The Santa Cruz trio of lady troublemakers proves its TV show is still rad
Her book explores what she calles "The Middle of Somewhere"
She’s known for laughter, not literature. But that’s all about to change this month as local actress, improviser and co-owner of The Fun Institute, Clifford Henderson, releases her first published novel. The book, “The Middle of Somewhere,” by the small publishing company, Bold Strokes Books, is a story of a lesbian woman finding her way in life. Henderson will speak about her book at 7:30 p.m. on Thursday, Jan. 29 at Bookshop Santa Cruz; her novel sells in local bookstores.
The waterproof artist finds her spot in the camera lineup
"Hi, I want to do surf photography. I don’t have any gear ... What do I need to do?” Armed with a casual portfolio of shots she’d taken of friends with an old Minolta during down time as a marine biology major, Nikki Brooks said this to the prominent Larry “Flame” Moore, former photo editor of Surfing magazine, back when she unceremoniously knocked on his door without an appointment in 2003. Moore, ever intuitive, welcomed the audacious 24-year-old into his office for a chat and ultimately became Brooks’ treasured first mentor.
The author of 'The Hour I First Believed' talks about coping with bestseller stardom.
A number of years ago I came to believe that Wally Lamb was one of today’s great storytellers. I knew of the hubbub surrounding his second Oprah Book Club novel, “I Know This Much Is True,” and taking a chance, I cracked it open to see if it lived up to the hype. It did. Then I went back and read his first novel, “She’s Come Undone.” Again, the rave reviews were accurate. Now, in 2008, Lamb’s third novel hits bookstores. Curiously titled, “The Hour I First Believed,” the read is full of rich and complex characters and plenty of heart-wrenching storylines. It also uses Columbine High School in Colorado as a backdrop to the story. Quite simply, the book is pageturner. It chronicles a troubled couple, Caelum and Maureen Quirk, who both work for Columbine High School. Maureen is onsite the day the horrific shootings take place and the tale story follows the duo as they reel from the tragedy. GT recently caught up with Lamb, who heads to Bookshop Santa Cruz at 7:30 p.m. Saturday, Dec. 6.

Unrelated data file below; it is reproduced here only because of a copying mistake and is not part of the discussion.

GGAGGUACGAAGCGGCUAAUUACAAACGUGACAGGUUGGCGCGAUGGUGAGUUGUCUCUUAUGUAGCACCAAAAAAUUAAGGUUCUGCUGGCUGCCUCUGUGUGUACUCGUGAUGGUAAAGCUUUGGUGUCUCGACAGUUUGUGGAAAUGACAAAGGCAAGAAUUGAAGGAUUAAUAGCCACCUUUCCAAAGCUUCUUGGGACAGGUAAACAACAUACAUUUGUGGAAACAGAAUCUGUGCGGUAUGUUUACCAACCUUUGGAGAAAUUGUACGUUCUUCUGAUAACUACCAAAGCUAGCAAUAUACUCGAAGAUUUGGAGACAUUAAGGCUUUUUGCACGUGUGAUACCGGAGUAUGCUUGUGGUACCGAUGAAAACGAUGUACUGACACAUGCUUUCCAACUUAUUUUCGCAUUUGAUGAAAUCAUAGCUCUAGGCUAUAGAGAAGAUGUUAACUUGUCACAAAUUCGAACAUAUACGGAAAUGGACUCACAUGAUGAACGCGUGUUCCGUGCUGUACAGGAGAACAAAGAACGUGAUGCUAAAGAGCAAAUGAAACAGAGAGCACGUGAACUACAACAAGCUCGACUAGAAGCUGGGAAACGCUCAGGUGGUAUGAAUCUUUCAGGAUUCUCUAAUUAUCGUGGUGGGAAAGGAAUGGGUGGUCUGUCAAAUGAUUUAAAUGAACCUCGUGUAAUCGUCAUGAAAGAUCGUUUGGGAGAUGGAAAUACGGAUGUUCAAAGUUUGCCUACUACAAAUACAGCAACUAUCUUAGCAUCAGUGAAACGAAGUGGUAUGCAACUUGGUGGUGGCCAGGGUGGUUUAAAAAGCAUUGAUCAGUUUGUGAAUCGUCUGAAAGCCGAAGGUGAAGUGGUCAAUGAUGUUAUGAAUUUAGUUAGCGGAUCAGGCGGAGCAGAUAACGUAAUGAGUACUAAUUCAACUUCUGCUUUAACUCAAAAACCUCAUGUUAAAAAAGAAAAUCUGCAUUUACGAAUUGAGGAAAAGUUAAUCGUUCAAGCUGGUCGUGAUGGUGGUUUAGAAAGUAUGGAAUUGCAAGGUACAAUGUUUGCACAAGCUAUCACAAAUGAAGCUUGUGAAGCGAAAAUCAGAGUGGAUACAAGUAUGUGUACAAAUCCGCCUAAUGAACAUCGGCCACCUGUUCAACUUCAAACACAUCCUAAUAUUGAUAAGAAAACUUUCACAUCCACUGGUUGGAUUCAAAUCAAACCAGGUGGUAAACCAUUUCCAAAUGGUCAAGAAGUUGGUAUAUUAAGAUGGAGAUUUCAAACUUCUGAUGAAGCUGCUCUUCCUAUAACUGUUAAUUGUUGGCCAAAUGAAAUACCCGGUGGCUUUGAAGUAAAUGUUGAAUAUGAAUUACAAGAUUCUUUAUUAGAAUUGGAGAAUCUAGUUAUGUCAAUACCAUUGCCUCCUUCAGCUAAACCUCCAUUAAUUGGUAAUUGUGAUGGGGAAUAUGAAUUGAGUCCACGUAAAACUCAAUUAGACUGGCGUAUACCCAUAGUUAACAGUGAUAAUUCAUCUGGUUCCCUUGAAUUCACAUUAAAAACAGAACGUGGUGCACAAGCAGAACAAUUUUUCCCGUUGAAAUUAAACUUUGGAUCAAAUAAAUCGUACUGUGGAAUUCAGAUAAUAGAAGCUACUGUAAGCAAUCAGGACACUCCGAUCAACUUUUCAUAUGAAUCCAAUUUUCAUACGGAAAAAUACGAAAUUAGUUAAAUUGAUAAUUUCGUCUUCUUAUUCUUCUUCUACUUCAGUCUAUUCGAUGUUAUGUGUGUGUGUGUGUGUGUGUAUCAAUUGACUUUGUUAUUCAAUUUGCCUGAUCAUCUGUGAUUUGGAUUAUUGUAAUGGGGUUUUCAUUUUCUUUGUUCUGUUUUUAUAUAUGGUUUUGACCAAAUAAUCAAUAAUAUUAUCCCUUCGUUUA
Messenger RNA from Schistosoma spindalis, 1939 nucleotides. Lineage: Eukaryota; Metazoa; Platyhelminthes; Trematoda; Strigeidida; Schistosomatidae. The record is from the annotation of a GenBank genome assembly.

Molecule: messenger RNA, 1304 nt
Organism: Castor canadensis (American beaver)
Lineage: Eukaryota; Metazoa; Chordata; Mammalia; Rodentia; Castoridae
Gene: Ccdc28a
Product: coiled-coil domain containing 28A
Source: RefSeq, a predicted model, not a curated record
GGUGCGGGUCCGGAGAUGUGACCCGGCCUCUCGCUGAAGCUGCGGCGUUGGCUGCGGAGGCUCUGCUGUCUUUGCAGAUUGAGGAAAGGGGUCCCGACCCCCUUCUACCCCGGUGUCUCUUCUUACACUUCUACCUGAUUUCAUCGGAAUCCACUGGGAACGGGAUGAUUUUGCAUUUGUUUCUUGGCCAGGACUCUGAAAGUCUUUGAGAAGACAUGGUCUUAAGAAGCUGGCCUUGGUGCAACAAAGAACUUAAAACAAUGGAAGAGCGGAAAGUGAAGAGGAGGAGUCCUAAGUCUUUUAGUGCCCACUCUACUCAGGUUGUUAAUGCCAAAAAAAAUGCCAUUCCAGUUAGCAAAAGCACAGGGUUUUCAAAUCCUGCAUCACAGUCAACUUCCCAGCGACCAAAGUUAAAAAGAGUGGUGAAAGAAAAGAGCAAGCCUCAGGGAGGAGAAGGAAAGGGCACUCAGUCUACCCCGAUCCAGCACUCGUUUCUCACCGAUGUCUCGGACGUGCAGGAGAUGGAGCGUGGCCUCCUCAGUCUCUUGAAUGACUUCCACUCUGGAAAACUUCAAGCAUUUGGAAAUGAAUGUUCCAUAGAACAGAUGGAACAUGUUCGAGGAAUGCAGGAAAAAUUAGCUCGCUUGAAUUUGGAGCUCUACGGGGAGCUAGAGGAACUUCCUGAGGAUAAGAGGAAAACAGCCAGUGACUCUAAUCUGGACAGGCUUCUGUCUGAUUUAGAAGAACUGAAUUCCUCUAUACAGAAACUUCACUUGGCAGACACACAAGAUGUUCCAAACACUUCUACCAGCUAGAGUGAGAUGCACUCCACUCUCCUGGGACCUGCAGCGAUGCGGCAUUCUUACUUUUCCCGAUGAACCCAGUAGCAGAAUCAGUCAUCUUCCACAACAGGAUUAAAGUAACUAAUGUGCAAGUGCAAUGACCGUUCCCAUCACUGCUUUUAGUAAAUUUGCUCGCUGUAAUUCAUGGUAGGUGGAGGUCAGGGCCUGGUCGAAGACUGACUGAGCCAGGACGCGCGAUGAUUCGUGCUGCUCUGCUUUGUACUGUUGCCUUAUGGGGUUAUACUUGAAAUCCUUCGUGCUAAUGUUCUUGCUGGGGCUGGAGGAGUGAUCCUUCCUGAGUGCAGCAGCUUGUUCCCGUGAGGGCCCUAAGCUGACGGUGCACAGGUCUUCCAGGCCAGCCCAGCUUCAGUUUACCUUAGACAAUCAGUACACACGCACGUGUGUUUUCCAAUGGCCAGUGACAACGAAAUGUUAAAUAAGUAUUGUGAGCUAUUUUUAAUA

Three-dimensional artists bring art to the avenue
She may have had a highfalutin job and a six-figure income, but Marilyn Kuksht wasn’t living a fairytale. She was 40 and a senior vice-president of a bank in San Francisco. But something didn’t feel right. So she took a little time off to go scuba diving. Somewhere, floating through the deep blue, she came across a stunning site off the coast of Cozumel.
Her father would make her take showers with him when she was 6 years old. There, he would masturbate. She would go to bed at night, pull the covers over her head and play dead. Someone would climb into her bed and in the morning she would go to her fourth grade classroom with a burning
Mountain Community Theater goes to the outer limits
Miguel Reyna started watching The Twilight Zone when he was just 8 years old. His ‘assignment’ was to record the shows for his mom who worked an evening shift. For the next four years, the young Reyna became addicted. “Your mind is blown away,” he says of the popular 1960s television show. “Watching those Twilight Zones gave me the chills at a young age and really put a different lens on life for me. Up until this day, the suburbs [anywhere] look like The Twilight Zone. The show is dated in the acting and dialogue, but they it’s relevant and timeless through the stories.”
Can Santa Cruz golden grom Nat Young take the heat?
When you can call a world class surf break your childhood playground, you are like many Santa Cruzans. When you can call yourself a champion of that wave and the next big Santa Cruz export, you are Nat Young.
You can’t keep her down, so it’s best fly high with Margaret Cho at Mountain WineryHer comic inspirations were Richard Pryor, Sandra Bernhard and, funny enough, Flip Wilson, so it seems natural that the chic Korean comic that is Margaret Cho somehow became one of the most savage trailblazers in the entertainment industry today. That she hovers just below pop’s perverse buzz-generating radar yet so cleverly knows how to dip into it, using it to her advantage, is one of the things that make Cho standout in her milieu.
It’s a skill that particularly comes in handy when she has to promote her own work, which Cho is doing—big time—this month.
Pisces Moon event hopes to eradicate gay hate crimes
It happened in his junior year of high school. Ryan McCune of Stockton was hanging out in the parking lot with his friends and girlfriend, saying good-bye as Christmas break was about to start. That’s when he got tapped on the shoulder and heard the word “faggot” being hurled at him. McCune twirled around and another student smashed him in the temple with a lock. He was knocked unconscious and the beating started. About 12 students, many from the football team, proceeded to pound on him. About 20 minutes later the principal scared away the attackers and soon McCune was loaded into an ambulance and taken to a hospital.